It has been 46 years since mankind has walked on the surface of the Moon, with astronaut Gene Cernan to be the last man to do so in 1972. Fast forward to 2018, we have seen man take great strides towards once again venturing to the Earth’s closest neighbor, or at least its orbit. This is all thanks to SpaceX, a privately-owned aerospace manufacturer that makes it its mission to revolutionize and commercialize space travel. But this time, instead of astronauts paving the way to the heavens, it will be billionaires who have paid to board this once in a lifetime trip.
The rocket that will be used for this journey, called the “Big Falcon Rocket” or “BFR”, will be able to propel passengers to the Moon and, eventually, Mars. The BFR will have a 39-story launch system that is comprised of two parts: a 180-foot-tall spaceship, measured from tip to tail, and a rocket booster that is 283 feet tall. The BFR is also designed with reusability in mind, being able to withstand multiple trips from Earth to space and back.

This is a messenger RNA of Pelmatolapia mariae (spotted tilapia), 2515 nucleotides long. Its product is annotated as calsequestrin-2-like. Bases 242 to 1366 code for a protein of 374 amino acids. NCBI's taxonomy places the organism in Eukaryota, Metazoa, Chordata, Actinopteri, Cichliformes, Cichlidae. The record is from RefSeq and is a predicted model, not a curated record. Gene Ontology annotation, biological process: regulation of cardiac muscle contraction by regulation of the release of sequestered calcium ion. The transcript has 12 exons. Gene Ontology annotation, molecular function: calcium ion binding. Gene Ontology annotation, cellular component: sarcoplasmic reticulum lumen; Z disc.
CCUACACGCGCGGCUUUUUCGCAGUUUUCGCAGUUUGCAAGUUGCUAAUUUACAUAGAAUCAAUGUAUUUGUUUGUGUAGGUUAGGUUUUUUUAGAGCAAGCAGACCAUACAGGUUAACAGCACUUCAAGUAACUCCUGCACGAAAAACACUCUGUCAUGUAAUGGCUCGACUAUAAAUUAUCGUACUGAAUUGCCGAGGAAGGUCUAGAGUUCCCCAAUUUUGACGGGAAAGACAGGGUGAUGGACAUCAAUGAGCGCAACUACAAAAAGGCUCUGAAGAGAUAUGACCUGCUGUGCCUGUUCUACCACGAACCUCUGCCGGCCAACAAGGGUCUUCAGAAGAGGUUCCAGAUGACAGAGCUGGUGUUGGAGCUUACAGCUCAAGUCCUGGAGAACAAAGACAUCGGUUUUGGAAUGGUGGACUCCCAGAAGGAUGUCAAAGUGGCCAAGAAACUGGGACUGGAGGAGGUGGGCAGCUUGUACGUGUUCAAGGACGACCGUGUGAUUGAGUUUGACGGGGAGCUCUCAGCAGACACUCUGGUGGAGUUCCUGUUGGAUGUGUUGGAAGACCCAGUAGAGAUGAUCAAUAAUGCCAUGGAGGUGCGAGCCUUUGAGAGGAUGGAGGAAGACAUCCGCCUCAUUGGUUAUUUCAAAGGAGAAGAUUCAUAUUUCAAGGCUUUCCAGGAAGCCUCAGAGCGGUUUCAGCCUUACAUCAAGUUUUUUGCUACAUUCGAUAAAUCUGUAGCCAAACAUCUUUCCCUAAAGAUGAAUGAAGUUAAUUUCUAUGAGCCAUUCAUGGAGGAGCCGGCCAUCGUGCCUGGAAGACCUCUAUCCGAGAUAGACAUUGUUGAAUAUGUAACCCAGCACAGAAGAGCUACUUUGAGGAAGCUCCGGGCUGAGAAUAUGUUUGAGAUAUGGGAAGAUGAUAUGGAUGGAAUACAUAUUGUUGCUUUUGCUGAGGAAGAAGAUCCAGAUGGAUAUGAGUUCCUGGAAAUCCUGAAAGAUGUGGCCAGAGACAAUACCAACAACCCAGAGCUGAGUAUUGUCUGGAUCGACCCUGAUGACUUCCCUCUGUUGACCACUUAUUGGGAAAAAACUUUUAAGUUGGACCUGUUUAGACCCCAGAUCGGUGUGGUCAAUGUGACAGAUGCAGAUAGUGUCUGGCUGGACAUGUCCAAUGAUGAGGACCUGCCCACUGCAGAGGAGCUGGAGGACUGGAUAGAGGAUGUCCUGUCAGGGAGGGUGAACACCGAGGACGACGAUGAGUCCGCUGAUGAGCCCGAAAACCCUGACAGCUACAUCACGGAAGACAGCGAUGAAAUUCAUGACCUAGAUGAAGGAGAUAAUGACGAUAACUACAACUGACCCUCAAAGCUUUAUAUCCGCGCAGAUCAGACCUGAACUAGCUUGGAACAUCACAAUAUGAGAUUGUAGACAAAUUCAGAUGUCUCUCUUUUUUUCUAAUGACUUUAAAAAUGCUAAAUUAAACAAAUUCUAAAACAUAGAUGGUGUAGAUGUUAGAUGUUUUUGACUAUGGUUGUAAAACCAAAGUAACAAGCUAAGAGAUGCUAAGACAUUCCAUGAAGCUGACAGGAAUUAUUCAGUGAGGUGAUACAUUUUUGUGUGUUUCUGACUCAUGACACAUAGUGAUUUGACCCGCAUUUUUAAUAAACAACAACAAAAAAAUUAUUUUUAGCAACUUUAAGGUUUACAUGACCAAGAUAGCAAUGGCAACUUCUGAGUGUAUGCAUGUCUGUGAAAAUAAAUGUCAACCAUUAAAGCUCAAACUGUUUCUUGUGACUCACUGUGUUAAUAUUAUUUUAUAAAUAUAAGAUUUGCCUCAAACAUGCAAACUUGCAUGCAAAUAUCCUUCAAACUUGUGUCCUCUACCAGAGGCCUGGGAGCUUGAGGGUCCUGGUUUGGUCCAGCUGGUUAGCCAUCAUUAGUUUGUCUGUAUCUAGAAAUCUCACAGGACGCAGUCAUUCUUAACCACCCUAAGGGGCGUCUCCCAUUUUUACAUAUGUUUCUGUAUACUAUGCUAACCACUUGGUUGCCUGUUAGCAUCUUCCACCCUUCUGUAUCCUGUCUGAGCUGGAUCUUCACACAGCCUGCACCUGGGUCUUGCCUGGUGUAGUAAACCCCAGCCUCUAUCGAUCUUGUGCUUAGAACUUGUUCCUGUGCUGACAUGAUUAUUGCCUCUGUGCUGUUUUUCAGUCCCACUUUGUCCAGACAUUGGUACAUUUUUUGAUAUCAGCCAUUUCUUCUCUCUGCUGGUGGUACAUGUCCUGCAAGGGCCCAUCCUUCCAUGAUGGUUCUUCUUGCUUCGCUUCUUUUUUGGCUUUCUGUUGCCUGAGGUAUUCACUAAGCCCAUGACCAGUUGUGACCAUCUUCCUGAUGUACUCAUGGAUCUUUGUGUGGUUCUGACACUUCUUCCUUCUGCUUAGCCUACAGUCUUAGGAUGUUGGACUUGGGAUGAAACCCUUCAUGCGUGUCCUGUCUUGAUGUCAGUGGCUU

Among those boarding the Big Falcon Rocket, for its first trip, will be Yusaku Maezawa, a Japanese billionaire and entrepreneur, who will be joined by six to eight artists that Maezawa plans to invite. It’s currently unknown as to which artists will be joining Maezawa aboard the BFR, but his reasoning for inviting them is so that “they can create something after they returned to Earth.” He believes that their artworks will “inspire the dreamer within us all.”
Though the passengers will experience the awe of being close to the Moon, they won’t be able to land on it. This is because the BFR will hold more passengers than the usual NASA rocket, which can hold two to three people at a time, making it more difficult for the individuals in charge of landing the ship to calculate the ship’s weight. Instead of trying to create new technical challenges for the ship, SpaceX has decided that it would be best for the tourists to just take a close look at the astronomical body from the spacecraft without making an attempt to land.
Though we won’t see another human walk on the surface of the Moon anytime soon, the prospect of another Lunar expedition is exciting nonetheless. It is expected that the passenger’s trip on the BFR will take off in 2023, making history as the first group of people to become lunar tourists.
by Jean Santiago